Metabolic analysis to characterise and optimize an industrial enzyme production process

Lead Research Organisation: University of Surrey
Department Name: Microbial & Cellular Sciences


Metabolic analysis to characterise and optimize an industrial enzyme production process. Some microbial species are excellent candidates for industrial microbial bioprocesses, as their genomes present a large number of gene clusters encoding for enzymes involved in the biosynthesis of a wide variety of products and metabolites. Approximately half of the enzyme production bioprocesses worldwide involve species of the genus Bacillus or closely related genera, as they synthesise enzymes with good stability over a wide range of pH and temperature. Developing the ability to enhance, manipulate and/or exploit these organisms will have a significant positive impact on industrial microbial bioprocesses.

Historically, improved industrial strains were obtained by classical selection strategies, but recently genetically manipulated strains have been created to obtain not only higher productivities but also enhanced 'processability'. However, these manipulations often cause metabolic burdens in the host organism, resulting in reduced yields when the production processes are scaled up. Furthermore, some mutations may cause requirements for extra nutrients or precursors, or generate further steps for the removal of undesired proteins, affecting the bioprocess or the downstream operations.

This project deals with the study of an industrial strain which overproduces an enzyme of interest for the animal feed industry. The strain was recently described but has not been fully characterised. Knowledge of its metabolism and physiology is essential to understand the bioprocess and to design optimization strategies to obtain predictable processes, with low variability, better yields and higher productivities, with the overall objective of an improved long-term commercial viability.

The hypothesis underpinning this research project is that the overexpression of the enzyme generates metabolic limitations and physiological effects, and that the synthesis of the enzyme may be controlled by a mechanism similar to quorum-sensing. We will characterise the wild type and mutant strains to understand the metabolic impact and its effect on enzyme production, and to develop culture strategies to overcome those metabolic limiting factors.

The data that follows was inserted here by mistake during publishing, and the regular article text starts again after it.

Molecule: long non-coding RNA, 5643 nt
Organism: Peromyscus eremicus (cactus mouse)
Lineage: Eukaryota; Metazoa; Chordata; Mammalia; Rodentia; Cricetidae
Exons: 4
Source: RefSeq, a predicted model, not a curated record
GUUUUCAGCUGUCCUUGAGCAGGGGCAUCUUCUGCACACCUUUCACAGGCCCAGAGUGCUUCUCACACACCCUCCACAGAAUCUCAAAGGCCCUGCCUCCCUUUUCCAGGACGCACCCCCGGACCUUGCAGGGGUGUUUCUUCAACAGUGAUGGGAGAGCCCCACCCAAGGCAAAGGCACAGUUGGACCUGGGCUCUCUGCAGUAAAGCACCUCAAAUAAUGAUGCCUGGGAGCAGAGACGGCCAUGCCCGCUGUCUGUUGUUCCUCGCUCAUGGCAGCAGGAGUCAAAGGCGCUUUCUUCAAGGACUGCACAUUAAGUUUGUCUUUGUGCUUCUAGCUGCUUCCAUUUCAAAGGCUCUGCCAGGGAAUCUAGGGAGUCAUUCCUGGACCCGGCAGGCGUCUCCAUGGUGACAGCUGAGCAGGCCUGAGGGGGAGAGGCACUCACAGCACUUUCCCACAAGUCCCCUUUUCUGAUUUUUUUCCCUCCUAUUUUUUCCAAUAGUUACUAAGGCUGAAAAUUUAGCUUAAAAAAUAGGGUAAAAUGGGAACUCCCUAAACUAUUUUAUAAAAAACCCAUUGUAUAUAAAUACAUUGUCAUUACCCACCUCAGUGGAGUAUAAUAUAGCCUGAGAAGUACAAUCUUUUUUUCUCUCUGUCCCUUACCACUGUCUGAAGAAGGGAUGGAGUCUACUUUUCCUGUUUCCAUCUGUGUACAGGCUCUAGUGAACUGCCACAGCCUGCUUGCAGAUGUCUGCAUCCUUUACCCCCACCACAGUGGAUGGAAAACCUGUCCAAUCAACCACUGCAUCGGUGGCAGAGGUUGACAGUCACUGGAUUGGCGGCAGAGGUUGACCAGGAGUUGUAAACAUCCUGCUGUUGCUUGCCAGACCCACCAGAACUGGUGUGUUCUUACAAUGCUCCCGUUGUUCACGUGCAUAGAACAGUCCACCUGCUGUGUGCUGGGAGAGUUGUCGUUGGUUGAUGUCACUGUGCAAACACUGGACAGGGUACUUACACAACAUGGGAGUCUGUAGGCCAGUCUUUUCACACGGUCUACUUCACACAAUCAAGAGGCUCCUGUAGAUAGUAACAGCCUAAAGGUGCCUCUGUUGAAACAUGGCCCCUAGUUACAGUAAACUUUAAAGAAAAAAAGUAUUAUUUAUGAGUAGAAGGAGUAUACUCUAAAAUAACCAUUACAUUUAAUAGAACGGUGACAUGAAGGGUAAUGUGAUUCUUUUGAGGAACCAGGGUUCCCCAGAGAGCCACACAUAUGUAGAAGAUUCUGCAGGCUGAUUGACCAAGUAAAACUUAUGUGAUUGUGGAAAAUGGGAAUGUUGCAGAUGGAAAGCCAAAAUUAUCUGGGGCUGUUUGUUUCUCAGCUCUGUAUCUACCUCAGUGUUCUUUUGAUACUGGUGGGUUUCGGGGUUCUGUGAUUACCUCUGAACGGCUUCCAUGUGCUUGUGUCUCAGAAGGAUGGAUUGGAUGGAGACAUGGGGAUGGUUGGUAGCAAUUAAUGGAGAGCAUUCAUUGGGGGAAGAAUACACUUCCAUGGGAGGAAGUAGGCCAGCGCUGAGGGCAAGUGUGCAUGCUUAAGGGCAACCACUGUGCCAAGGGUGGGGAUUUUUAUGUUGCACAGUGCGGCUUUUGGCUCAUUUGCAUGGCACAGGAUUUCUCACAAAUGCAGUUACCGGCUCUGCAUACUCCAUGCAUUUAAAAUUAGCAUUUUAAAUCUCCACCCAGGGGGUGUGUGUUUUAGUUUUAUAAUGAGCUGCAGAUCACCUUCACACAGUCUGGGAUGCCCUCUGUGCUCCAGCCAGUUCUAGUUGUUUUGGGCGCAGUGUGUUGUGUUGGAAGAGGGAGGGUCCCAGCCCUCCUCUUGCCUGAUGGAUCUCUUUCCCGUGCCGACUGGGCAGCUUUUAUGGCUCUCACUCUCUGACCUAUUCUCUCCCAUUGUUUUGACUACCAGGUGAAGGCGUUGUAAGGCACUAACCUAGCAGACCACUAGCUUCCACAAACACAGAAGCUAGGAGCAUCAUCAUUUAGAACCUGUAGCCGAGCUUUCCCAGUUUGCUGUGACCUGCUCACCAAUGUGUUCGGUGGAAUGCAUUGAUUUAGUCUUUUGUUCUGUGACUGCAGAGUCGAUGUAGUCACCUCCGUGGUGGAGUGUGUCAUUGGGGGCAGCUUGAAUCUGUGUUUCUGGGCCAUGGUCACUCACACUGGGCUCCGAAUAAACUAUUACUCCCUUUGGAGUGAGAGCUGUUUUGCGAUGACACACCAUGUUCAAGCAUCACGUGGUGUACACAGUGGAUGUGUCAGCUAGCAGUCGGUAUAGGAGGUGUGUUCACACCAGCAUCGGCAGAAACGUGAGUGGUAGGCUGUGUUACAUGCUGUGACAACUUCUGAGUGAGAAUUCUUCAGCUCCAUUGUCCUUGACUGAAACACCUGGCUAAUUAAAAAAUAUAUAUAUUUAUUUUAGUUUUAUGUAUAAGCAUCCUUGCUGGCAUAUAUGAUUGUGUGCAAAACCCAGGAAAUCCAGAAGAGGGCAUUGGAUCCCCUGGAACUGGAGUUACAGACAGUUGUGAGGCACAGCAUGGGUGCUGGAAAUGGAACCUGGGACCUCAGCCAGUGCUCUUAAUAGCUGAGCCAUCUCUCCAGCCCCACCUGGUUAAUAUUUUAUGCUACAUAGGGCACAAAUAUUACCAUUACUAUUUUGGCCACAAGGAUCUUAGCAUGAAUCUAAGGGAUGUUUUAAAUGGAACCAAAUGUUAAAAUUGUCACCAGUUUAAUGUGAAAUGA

We will construct genome scale metabolic networks of the wild type and mutant strains, using genome sequence information and experimental data to identify the metabolic limitations responsible for low yields or low productivities and to predict the response to metabolic alterations in silico.

The general objective of the project is the design of a viable platform bioprocess, accompanied by full metabolic and genetic characterisation of the chassis host strain, which is predictable, reproducible and with low variability, able to be scaled-up. Importantly, this platform process can be used for production of a range of enzymes in the same chassis host.

The outputs of this project will help to optimise industrial processes for the production of enzymes, directly benefiting the industrial partner. Academic benefits of this project will be the understanding of metabolism of the producer strain, the construction of a robust metabolic model, and the generation of data, tools, and models that can be applied in related projects.


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Studentship Projects

Project Reference Relationship Related To Start End Student Name
BB/P504476/1 01/10/2016 30/06/2021
1801256 Studentship BB/P504476/1 01/10/2016 30/06/2021 Joseph Meller